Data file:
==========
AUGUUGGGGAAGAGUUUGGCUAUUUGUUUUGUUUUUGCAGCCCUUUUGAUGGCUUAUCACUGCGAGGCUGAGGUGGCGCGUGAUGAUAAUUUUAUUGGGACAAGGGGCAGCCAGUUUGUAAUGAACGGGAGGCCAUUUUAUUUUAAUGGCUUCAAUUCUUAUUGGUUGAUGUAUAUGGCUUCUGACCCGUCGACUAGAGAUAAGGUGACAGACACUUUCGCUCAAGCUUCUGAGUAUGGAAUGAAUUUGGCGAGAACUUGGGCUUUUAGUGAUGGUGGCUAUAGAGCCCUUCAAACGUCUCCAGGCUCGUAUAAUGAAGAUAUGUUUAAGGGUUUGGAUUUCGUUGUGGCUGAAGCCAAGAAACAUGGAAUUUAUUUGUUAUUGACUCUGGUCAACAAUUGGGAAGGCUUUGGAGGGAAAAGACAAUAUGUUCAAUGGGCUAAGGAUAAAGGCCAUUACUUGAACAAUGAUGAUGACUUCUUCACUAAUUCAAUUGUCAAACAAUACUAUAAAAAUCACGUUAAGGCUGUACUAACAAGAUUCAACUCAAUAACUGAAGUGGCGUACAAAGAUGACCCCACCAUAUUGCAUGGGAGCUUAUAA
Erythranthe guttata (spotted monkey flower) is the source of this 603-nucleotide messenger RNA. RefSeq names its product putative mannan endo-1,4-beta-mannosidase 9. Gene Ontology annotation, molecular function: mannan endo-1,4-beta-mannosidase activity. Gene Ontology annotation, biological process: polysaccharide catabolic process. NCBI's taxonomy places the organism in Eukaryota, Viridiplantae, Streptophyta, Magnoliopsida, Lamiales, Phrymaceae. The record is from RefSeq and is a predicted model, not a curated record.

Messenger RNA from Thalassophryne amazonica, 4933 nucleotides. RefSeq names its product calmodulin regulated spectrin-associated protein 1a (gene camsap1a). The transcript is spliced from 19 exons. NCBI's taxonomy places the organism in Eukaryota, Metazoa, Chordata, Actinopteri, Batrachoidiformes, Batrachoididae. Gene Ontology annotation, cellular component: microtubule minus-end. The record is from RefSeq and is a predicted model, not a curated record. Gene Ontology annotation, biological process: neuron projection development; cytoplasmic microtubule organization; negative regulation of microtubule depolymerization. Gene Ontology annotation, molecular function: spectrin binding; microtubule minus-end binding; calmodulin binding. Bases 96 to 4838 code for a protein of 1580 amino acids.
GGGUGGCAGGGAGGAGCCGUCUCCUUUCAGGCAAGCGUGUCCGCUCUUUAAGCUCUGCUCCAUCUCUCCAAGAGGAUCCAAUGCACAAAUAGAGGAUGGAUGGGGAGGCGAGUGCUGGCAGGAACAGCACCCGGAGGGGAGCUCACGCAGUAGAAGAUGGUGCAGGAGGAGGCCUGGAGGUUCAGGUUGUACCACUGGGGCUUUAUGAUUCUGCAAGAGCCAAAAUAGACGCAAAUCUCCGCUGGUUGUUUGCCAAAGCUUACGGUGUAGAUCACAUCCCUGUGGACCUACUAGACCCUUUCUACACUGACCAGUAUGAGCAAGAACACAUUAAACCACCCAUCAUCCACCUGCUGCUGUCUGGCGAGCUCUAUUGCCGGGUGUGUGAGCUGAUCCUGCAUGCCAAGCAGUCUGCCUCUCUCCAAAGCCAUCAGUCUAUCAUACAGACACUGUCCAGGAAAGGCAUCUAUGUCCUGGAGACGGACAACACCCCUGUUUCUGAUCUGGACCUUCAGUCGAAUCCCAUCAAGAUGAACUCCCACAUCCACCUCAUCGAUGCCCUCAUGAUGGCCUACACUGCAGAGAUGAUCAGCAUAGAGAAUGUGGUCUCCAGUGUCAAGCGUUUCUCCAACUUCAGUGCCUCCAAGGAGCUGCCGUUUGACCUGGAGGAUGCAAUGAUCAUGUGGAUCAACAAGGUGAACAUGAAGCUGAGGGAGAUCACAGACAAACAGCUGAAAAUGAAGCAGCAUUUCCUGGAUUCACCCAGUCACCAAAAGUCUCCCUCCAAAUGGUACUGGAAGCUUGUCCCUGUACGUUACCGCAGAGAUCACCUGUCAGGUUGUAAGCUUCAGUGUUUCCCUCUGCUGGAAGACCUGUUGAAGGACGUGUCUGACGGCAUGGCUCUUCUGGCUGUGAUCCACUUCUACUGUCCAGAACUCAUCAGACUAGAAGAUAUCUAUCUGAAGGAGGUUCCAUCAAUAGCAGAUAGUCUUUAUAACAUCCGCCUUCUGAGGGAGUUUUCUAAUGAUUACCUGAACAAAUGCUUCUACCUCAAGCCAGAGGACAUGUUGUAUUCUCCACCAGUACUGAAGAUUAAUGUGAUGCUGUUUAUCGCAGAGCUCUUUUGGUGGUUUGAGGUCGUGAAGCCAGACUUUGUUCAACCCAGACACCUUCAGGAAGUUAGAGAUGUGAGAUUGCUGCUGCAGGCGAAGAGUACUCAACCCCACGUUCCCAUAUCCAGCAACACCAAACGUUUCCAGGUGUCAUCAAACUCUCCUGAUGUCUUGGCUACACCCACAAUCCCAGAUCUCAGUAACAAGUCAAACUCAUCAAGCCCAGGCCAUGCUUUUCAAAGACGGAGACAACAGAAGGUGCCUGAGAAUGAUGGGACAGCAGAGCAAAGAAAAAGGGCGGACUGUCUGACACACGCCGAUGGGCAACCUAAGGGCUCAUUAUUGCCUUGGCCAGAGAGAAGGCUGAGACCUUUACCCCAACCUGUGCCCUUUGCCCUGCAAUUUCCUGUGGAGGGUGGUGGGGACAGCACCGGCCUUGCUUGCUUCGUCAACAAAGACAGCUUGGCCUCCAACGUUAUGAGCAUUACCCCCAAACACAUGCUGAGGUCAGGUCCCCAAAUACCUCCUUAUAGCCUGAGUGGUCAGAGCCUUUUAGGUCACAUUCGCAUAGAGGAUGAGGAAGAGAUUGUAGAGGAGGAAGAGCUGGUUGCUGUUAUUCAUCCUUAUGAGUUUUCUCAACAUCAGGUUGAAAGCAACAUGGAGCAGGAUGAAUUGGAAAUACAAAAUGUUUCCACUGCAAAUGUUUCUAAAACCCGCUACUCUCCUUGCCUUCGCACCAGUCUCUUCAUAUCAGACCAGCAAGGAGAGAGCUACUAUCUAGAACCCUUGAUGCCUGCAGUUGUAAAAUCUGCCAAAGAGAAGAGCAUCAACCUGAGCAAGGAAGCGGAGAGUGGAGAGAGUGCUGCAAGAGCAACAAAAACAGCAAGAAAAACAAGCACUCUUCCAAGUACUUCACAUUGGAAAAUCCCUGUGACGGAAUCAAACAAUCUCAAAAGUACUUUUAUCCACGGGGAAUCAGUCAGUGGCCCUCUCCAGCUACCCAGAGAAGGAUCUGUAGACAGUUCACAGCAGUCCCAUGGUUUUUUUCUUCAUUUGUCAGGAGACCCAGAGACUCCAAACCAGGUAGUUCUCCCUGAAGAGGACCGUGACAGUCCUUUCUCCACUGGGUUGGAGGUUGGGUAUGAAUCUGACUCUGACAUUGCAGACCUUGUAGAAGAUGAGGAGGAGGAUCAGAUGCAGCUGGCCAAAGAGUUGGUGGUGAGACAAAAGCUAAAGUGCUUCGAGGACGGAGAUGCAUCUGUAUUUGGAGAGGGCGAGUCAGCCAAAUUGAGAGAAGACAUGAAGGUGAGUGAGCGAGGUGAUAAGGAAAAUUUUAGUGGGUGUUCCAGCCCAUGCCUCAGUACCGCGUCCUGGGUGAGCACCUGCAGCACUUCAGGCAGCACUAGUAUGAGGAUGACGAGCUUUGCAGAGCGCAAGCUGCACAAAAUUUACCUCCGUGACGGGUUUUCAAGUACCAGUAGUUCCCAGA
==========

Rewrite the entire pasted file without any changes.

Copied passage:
AUGUUGGGGAAGAGUUUGGCUAUUUGUUUUGUUUUUGCAGCCCUUUUGAUGGCUUAUCACUGCGAGGCUGAGGUGGCGCGUGAUGAUAAUUUUAUUGGGACAAGGGGCAGCCAGUUUGUAAUGAACGGGAGGCCAUUUUAUUUUAAUGGCUUCAAUUCUUAUUGGUUGAUGUAUAUGGCUUCUGACCCGUCGACUAGAGAUAAGGUGACAGACACUUUCGCUCAAGCUUCUGAGUAUGGAAUGAAUUUGGCGAGAACUUGGGCUUUUAGUGAUGGUGGCUAUAGAGCCCUUCAAACGUCUCCAGGCUCGUAUAAUGAAGAUAUGUUUAAGGGUUUGGAUUUCGUUGUGGCUGAAGCCAAGAAACAUGGAAUUUAUUUGUUAUUGACUCUGGUCAACAAUUGGGAAGGCUUUGGAGGGAAAAGACAAUAUGUUCAAUGGGCUAAGGAUAAAGGCCAUUACUUGAACAAUGAUGAUGACUUCUUCACUAAUUCAAUUGUCAAACAAUACUAUAAAAAUCACGUUAAGGCUGUACUAACAAGAUUCAACUCAAUAACUGAAGUGGCGUACAAAGAUGACCCCACCAUAUUGCAUGGGAGCUUAUAA
Erythranthe guttata (spotted monkey flower) is the source of this 603-nucleotide messenger RNA. RefSeq names its product putative mannan endo-1,4-beta-mannosidase 9. Gene Ontology annotation, molecular function: mannan endo-1,4-beta-mannosidase activity. Gene Ontology annotation, biological process: polysaccharide catabolic process. NCBI's taxonomy places the organism in Eukaryota, Viridiplantae, Streptophyta, Magnoliopsida, Lamiales, Phrymaceae. The record is from RefSeq and is a predicted model, not a curated record.

Messenger RNA from Thalassophryne amazonica, 4933 nucleotides. RefSeq names its product calmodulin regulated spectrin-associated protein 1a (gene camsap1a). The transcript is spliced from 19 exons. NCBI's taxonomy places the organism in Eukaryota, Metazoa, Chordata, Actinopteri, Batrachoidiformes, Batrachoididae. Gene Ontology annotation, cellular component: microtubule minus-end. The record is from RefSeq and is a predicted model, not a curated record. Gene Ontology annotation, biological process: neuron projection development; cytoplasmic microtubule organization; negative regulation of microtubule depolymerization. Gene Ontology annotation, molecular function: spectrin binding; microtubule minus-end binding; calmodulin binding. Bases 96 to 4838 code for a protein of 1580 amino acids.
GGGUGGCAGGGAGGAGCCGUCUCCUUUCAGGCAAGCGUGUCCGCUCUUUAAGCUCUGCUCCAUCUCUCCAAGAGGAUCCAAUGCACAAAUAGAGGAUGGAUGGGGAGGCGAGUGCUGGCAGGAACAGCACCCGGAGGGGAGCUCACGCAGUAGAAGAUGGUGCAGGAGGAGGCCUGGAGGUUCAGGUUGUACCACUGGGGCUUUAUGAUUCUGCAAGAGCCAAAAUAGACGCAAAUCUCCGCUGGUUGUUUGCCAAAGCUUACGGUGUAGAUCACAUCCCUGUGGACCUACUAGACCCUUUCUACACUGACCAGUAUGAGCAAGAACACAUUAAACCACCCAUCAUCCACCUGCUGCUGUCUGGCGAGCUCUAUUGCCGGGUGUGUGAGCUGAUCCUGCAUGCCAAGCAGUCUGCCUCUCUCCAAAGCCAUCAGUCUAUCAUACAGACACUGUCCAGGAAAGGCAUCUAUGUCCUGGAGACGGACAACACCCCUGUUUCUGAUCUGGACCUUCAGUCGAAUCCCAUCAAGAUGAACUCCCACAUCCACCUCAUCGAUGCCCUCAUGAUGGCCUACACUGCAGAGAUGAUCAGCAUAGAGAAUGUGGUCUCCAGUGUCAAGCGUUUCUCCAACUUCAGUGCCUCCAAGGAGCUGCCGUUUGACCUGGAGGAUGCAAUGAUCAUGUGGAUCAACAAGGUGAACAUGAAGCUGAGGGAGAUCACAGACAAACAGCUGAAAAUGAAGCAGCAUUUCCUGGAUUCACCCAGUCACCAAAAGUCUCCCUCCAAAUGGUACUGGAAGCUUGUCCCUGUACGUUACCGCAGAGAUCACCUGUCAGGUUGUAAGCUUCAGUGUUUCCCUCUGCUGGAAGACCUGUUGAAGGACGUGUCUGACGGCAUGGCUCUUCUGGCUGUGAUCCACUUCUACUGUCCAGAACUCAUCAGACUAGAAGAUAUCUAUCUGAAGGAGGUUCCAUCAAUAGCAGAUAGUCUUUAUAACAUCCGCCUUCUGAGGGAGUUUUCUAAUGAUUACCUGAACAAAUGCUUCUACCUCAAGCCAGAGGACAUGUUGUAUUCUCCACCAGUACUGAAGAUUAAUGUGAUGCUGUUUAUCGCAGAGCUCUUUUGGUGGUUUGAGGUCGUGAAGCCAGACUUUGUUCAACCCAGACACCUUCAGGAAGUUAGAGAUGUGAGAUUGCUGCUGCAGGCGAAGAGUACUCAACCCCACGUUCCCAUAUCCAGCAACACCAAACGUUUCCAGGUGUCAUCAAACUCUCCUGAUGUCUUGGCUACACCCACAAUCCCAGAUCUCAGUAACAAGUCAAACUCAUCAAGCCCAGGCCAUGCUUUUCAAAGACGGAGACAACAGAAGGUGCCUGAGAAUGAUGGGACAGCAGAGCAAAGAAAAAGGGCGGACUGUCUGACACACGCCGAUGGGCAACCUAAGGGCUCAUUAUUGCCUUGGCCAGAGAGAAGGCUGAGACCUUUACCCCAACCUGUGCCCUUUGCCCUGCAAUUUCCUGUGGAGGGUGGUGGGGACAGCACCGGCCUUGCUUGCUUCGUCAACAAAGACAGCUUGGCCUCCAACGUUAUGAGCAUUACCCCCAAACACAUGCUGAGGUCAGGUCCCCAAAUACCUCCUUAUAGCCUGAGUGGUCAGAGCCUUUUAGGUCACAUUCGCAUAGAGGAUGAGGAAGAGAUUGUAGAGGAGGAAGAGCUGGUUGCUGUUAUUCAUCCUUAUGAGUUUUCUCAACAUCAGGUUGAAAGCAACAUGGAGCAGGAUGAAUUGGAAAUACAAAAUGUUUCCACUGCAAAUGUUUCUAAAACCCGCUACUCUCCUUGCCUUCGCACCAGUCUCUUCAUAUCAGACCAGCAAGGAGAGAGCUACUAUCUAGAACCCUUGAUGCCUGCAGUUGUAAAAUCUGCCAAAGAGAAGAGCAUCAACCUGAGCAAGGAAGCGGAGAGUGGAGAGAGUGCUGCAAGAGCAACAAAAACAGCAAGAAAAACAAGCACUCUUCCAAGUACUUCACAUUGGAAAAUCCCUGUGACGGAAUCAAACAAUCUCAAAAGUACUUUUAUCCACGGGGAAUCAGUCAGUGGCCCUCUCCAGCUACCCAGAGAAGGAUCUGUAGACAGUUCACAGCAGUCCCAUGGUUUUUUUCUUCAUUUGUCAGGAGACCCAGAGACUCCAAACCAGGUAGUUCUCCCUGAAGAGGACCGUGACAGUCCUUUCUCCACUGGGUUGGAGGUUGGGUAUGAAUCUGACUCUGACAUUGCAGACCUUGUAGAAGAUGAGGAGGAGGAUCAGAUGCAGCUGGCCAAAGAGUUGGUGGUGAGACAAAAGCUAAAGUGCUUCGAGGACGGAGAUGCAUCUGUAUUUGGAGAGGGCGAGUCAGCCAAAUUGAGAGAAGACAUGAAGGUGAGUGAGCGAGGUGAUAAGGAAAAUUUUAGUGGGUGUUCCAGCCCAUGCCUCAGUACCGCGUCCUGGGUGAGCACCUGCAGCACUUCAGGCAGCACUAGUAUGAGGAUGACGAGCUUUGCAGAGCGCAAGCUGCACAAAAUUUACCUCCGUGACGGGUUUUCAAGUACCAGUAGUUCCCAGA